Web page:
Geospatial Research Program Seeks Project Applications
CAST researcher Katie Simon conducts a ground-penetrating radar survey among the architectural ruins of the palace complex at San Souci, Haiti, as part of a SPARC-funded collaboration with Cameron Monroe of the University of California, Santa Cruz.
FAYETTEVILLE, Ark. – The Spatial Archaeometry Research Collaborations (SPARC) Program, a National Science Foundation-funded initiative at the Center for Advanced Spatial Technologies at the University of Arkansas, is accepting applications for archaeological research projects in the spring and summer of 2016.
The application deadline is Nov. 6.
Members of CAST’s staff work directly with successful applicants to help them experiment with new technologies and integrate geospatial techniques into their own research. Project teams travel to field sites around the world to carry out surveys and collect geospatial data, and collaborate back in the office on advanced analyses.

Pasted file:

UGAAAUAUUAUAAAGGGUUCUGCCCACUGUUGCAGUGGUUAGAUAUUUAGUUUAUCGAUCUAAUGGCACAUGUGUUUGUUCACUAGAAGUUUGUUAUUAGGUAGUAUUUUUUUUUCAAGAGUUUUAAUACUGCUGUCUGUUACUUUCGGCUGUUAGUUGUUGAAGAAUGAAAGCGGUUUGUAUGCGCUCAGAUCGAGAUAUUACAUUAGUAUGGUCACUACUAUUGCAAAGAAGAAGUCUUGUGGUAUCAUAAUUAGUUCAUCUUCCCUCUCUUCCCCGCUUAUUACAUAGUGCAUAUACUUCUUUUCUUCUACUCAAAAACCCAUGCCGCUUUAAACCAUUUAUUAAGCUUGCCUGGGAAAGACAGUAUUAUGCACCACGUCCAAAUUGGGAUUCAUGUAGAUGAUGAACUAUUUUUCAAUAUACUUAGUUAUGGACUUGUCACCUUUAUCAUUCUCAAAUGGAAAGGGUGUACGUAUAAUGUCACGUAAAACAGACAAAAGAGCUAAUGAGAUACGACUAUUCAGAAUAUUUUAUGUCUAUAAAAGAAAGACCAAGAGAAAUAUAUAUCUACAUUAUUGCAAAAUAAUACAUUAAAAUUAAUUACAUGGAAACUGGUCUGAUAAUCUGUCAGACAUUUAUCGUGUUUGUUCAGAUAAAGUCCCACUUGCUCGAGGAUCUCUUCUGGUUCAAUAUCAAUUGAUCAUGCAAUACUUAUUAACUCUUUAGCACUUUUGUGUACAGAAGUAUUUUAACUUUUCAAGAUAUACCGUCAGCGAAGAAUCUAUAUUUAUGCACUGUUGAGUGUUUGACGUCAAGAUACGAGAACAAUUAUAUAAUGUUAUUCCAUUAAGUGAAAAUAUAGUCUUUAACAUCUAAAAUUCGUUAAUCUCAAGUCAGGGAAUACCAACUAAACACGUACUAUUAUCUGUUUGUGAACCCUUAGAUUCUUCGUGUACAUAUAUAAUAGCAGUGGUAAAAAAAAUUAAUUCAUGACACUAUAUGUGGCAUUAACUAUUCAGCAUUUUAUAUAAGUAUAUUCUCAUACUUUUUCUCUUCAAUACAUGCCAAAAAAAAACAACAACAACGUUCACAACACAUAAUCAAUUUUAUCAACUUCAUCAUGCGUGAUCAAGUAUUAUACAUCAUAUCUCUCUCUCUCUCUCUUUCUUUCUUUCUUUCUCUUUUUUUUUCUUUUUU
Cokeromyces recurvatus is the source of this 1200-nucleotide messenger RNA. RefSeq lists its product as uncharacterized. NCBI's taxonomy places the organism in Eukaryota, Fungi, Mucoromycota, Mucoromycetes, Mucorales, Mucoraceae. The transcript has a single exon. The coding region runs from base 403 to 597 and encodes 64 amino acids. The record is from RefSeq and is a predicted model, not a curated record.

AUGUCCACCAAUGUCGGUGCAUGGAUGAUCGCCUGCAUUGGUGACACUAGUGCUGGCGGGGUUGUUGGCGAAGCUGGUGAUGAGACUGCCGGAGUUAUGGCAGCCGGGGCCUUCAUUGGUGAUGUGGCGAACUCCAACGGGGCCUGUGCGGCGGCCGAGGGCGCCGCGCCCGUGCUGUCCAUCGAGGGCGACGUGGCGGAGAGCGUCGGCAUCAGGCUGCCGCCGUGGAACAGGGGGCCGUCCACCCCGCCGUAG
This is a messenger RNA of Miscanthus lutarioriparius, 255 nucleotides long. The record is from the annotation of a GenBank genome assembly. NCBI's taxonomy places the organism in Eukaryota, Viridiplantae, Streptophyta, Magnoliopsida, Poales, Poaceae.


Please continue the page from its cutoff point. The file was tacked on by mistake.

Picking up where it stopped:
Past projects include geophysical surveys in Busayra in Jordan and Kadebakele and Maski in India, terrestrial laser-scanning surveys at Malthi in Greece and Vulci in Italy, and analysis of airborne laser-scanning data to support an archaeological survey on the island of Montserratt.
SPARC supports projects led by faculty, graduate students, and archaeologists working in the public sector. Applications are accepted twice a year, and are reviewed by a panel of archaeological experts as well as CAST’s in house technical specialists.
“This is always an exciting time of year,” said Rachel Opitz, executive director of SPARC. “There are so many great projects happening in the archaeological community, and discussing them with colleagues, exploring how new techniques might move their research forward is rewarding.”
A full list and complete descriptions of the recent awards can be found at the SPARC website.
Rachel Opitz, executive director
Spatial Archaeometry Research Collaborations
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